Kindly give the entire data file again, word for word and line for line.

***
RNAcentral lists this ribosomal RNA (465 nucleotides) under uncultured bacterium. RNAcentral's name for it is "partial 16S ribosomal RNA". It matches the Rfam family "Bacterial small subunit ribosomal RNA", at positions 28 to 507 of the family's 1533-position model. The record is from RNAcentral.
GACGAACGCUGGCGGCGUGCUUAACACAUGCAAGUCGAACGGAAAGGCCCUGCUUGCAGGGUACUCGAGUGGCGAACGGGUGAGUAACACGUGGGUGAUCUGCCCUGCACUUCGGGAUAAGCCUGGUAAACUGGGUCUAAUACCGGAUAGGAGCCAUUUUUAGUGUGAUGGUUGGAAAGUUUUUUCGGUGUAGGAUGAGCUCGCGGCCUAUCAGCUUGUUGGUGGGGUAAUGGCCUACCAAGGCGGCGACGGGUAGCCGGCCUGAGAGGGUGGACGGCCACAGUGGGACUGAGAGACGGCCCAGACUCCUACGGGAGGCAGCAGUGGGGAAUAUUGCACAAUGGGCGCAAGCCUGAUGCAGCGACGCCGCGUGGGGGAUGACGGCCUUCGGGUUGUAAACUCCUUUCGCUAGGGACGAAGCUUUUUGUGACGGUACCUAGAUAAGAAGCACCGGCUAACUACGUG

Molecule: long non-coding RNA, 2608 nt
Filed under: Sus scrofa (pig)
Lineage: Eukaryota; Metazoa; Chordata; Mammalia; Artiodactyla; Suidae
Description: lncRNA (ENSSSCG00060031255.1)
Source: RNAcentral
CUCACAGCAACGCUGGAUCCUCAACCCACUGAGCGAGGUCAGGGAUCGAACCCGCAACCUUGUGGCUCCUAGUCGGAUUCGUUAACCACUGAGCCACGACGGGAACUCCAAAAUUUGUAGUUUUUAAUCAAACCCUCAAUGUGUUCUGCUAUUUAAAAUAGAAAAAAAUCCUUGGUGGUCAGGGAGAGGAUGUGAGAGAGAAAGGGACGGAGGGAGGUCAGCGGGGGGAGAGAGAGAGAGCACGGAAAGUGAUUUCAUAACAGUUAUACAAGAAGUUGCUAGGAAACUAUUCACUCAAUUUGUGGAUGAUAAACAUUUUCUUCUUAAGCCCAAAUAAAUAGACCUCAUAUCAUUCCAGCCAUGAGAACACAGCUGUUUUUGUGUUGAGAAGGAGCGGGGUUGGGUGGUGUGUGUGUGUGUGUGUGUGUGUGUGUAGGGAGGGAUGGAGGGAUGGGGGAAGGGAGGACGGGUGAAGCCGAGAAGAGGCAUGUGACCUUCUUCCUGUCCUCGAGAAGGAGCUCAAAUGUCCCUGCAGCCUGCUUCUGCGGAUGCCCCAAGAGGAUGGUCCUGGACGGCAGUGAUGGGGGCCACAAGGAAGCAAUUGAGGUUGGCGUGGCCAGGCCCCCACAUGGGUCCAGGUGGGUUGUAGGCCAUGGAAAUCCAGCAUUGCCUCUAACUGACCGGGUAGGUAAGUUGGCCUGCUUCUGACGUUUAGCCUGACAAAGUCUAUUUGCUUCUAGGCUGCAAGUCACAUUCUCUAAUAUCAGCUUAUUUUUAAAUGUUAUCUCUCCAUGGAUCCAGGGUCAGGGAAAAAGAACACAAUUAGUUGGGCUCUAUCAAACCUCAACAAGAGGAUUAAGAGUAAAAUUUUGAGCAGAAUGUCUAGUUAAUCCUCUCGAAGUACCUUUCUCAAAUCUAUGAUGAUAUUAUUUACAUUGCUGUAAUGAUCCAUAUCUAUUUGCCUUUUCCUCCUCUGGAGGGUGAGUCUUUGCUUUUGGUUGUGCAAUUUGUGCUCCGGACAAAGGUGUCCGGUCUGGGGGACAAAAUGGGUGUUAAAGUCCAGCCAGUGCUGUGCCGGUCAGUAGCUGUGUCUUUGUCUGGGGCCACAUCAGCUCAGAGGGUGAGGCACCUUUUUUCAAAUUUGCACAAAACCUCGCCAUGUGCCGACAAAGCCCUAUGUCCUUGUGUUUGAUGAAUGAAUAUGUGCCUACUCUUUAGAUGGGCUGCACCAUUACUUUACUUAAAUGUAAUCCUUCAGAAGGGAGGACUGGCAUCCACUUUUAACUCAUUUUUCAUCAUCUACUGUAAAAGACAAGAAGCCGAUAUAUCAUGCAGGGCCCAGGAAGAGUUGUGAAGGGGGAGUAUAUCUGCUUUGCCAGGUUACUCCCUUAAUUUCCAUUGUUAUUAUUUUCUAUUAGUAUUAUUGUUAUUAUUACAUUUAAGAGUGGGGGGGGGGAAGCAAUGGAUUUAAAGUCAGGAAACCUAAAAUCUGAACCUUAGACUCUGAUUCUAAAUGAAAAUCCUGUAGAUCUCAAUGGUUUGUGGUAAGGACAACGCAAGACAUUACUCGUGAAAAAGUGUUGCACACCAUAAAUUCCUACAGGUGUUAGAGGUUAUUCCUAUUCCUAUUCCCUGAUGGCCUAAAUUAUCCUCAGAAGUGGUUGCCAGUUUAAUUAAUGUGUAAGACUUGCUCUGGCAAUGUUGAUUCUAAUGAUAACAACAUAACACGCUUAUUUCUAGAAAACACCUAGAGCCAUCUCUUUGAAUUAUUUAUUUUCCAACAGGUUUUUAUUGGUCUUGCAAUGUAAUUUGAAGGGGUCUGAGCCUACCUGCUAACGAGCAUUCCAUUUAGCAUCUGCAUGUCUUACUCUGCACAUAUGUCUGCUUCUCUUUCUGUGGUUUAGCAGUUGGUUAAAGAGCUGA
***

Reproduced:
RNAcentral lists this ribosomal RNA (465 nucleotides) under uncultured bacterium. RNAcentral's name for it is "partial 16S ribosomal RNA". It matches the Rfam family "Bacterial small subunit ribosomal RNA", at positions 28 to 507 of the family's 1533-position model. The record is from RNAcentral.
GACGAACGCUGGCGGCGUGCUUAACACAUGCAAGUCGAACGGAAAGGCCCUGCUUGCAGGGUACUCGAGUGGCGAACGGGUGAGUAACACGUGGGUGAUCUGCCCUGCACUUCGGGAUAAGCCUGGUAAACUGGGUCUAAUACCGGAUAGGAGCCAUUUUUAGUGUGAUGGUUGGAAAGUUUUUUCGGUGUAGGAUGAGCUCGCGGCCUAUCAGCUUGUUGGUGGGGUAAUGGCCUACCAAGGCGGCGACGGGUAGCCGGCCUGAGAGGGUGGACGGCCACAGUGGGACUGAGAGACGGCCCAGACUCCUACGGGAGGCAGCAGUGGGGAAUAUUGCACAAUGGGCGCAAGCCUGAUGCAGCGACGCCGCGUGGGGGAUGACGGCCUUCGGGUUGUAAACUCCUUUCGCUAGGGACGAAGCUUUUUGUGACGGUACCUAGAUAAGAAGCACCGGCUAACUACGUG

Molecule: long non-coding RNA, 2608 nt
Filed under: Sus scrofa (pig)
Lineage: Eukaryota; Metazoa; Chordata; Mammalia; Artiodactyla; Suidae
Description: lncRNA (ENSSSCG00060031255.1)
Source: RNAcentral
CUCACAGCAACGCUGGAUCCUCAACCCACUGAGCGAGGUCAGGGAUCGAACCCGCAACCUUGUGGCUCCUAGUCGGAUUCGUUAACCACUGAGCCACGACGGGAACUCCAAAAUUUGUAGUUUUUAAUCAAACCCUCAAUGUGUUCUGCUAUUUAAAAUAGAAAAAAAUCCUUGGUGGUCAGGGAGAGGAUGUGAGAGAGAAAGGGACGGAGGGAGGUCAGCGGGGGGAGAGAGAGAGAGCACGGAAAGUGAUUUCAUAACAGUUAUACAAGAAGUUGCUAGGAAACUAUUCACUCAAUUUGUGGAUGAUAAACAUUUUCUUCUUAAGCCCAAAUAAAUAGACCUCAUAUCAUUCCAGCCAUGAGAACACAGCUGUUUUUGUGUUGAGAAGGAGCGGGGUUGGGUGGUGUGUGUGUGUGUGUGUGUGUGUGUGUAGGGAGGGAUGGAGGGAUGGGGGAAGGGAGGACGGGUGAAGCCGAGAAGAGGCAUGUGACCUUCUUCCUGUCCUCGAGAAGGAGCUCAAAUGUCCCUGCAGCCUGCUUCUGCGGAUGCCCCAAGAGGAUGGUCCUGGACGGCAGUGAUGGGGGCCACAAGGAAGCAAUUGAGGUUGGCGUGGCCAGGCCCCCACAUGGGUCCAGGUGGGUUGUAGGCCAUGGAAAUCCAGCAUUGCCUCUAACUGACCGGGUAGGUAAGUUGGCCUGCUUCUGACGUUUAGCCUGACAAAGUCUAUUUGCUUCUAGGCUGCAAGUCACAUUCUCUAAUAUCAGCUUAUUUUUAAAUGUUAUCUCUCCAUGGAUCCAGGGUCAGGGAAAAAGAACACAAUUAGUUGGGCUCUAUCAAACCUCAACAAGAGGAUUAAGAGUAAAAUUUUGAGCAGAAUGUCUAGUUAAUCCUCUCGAAGUACCUUUCUCAAAUCUAUGAUGAUAUUAUUUACAUUGCUGUAAUGAUCCAUAUCUAUUUGCCUUUUCCUCCUCUGGAGGGUGAGUCUUUGCUUUUGGUUGUGCAAUUUGUGCUCCGGACAAAGGUGUCCGGUCUGGGGGACAAAAUGGGUGUUAAAGUCCAGCCAGUGCUGUGCCGGUCAGUAGCUGUGUCUUUGUCUGGGGCCACAUCAGCUCAGAGGGUGAGGCACCUUUUUUCAAAUUUGCACAAAACCUCGCCAUGUGCCGACAAAGCCCUAUGUCCUUGUGUUUGAUGAAUGAAUAUGUGCCUACUCUUUAGAUGGGCUGCACCAUUACUUUACUUAAAUGUAAUCCUUCAGAAGGGAGGACUGGCAUCCACUUUUAACUCAUUUUUCAUCAUCUACUGUAAAAGACAAGAAGCCGAUAUAUCAUGCAGGGCCCAGGAAGAGUUGUGAAGGGGGAGUAUAUCUGCUUUGCCAGGUUACUCCCUUAAUUUCCAUUGUUAUUAUUUUCUAUUAGUAUUAUUGUUAUUAUUACAUUUAAGAGUGGGGGGGGGGAAGCAAUGGAUUUAAAGUCAGGAAACCUAAAAUCUGAACCUUAGACUCUGAUUCUAAAUGAAAAUCCUGUAGAUCUCAAUGGUUUGUGGUAAGGACAACGCAAGACAUUACUCGUGAAAAAGUGUUGCACACCAUAAAUUCCUACAGGUGUUAGAGGUUAUUCCUAUUCCUAUUCCCUGAUGGCCUAAAUUAUCCUCAGAAGUGGUUGCCAGUUUAAUUAAUGUGUAAGACUUGCUCUGGCAAUGUUGAUUCUAAUGAUAACAACAUAACACGCUUAUUUCUAGAAAACACCUAGAGCCAUCUCUUUGAAUUAUUUAUUUUCCAACAGGUUUUUAUUGGUCUUGCAAUGUAAUUUGAAGGGGUCUGAGCCUACCUGCUAACGAGCAUUCCAUUUAGCAUCUGCAUGUCUUACUCUGCACAUAUGUCUGCUUCUCUUUCUGUGGUUUAGCAGUUGGUUAAAGAGCUGA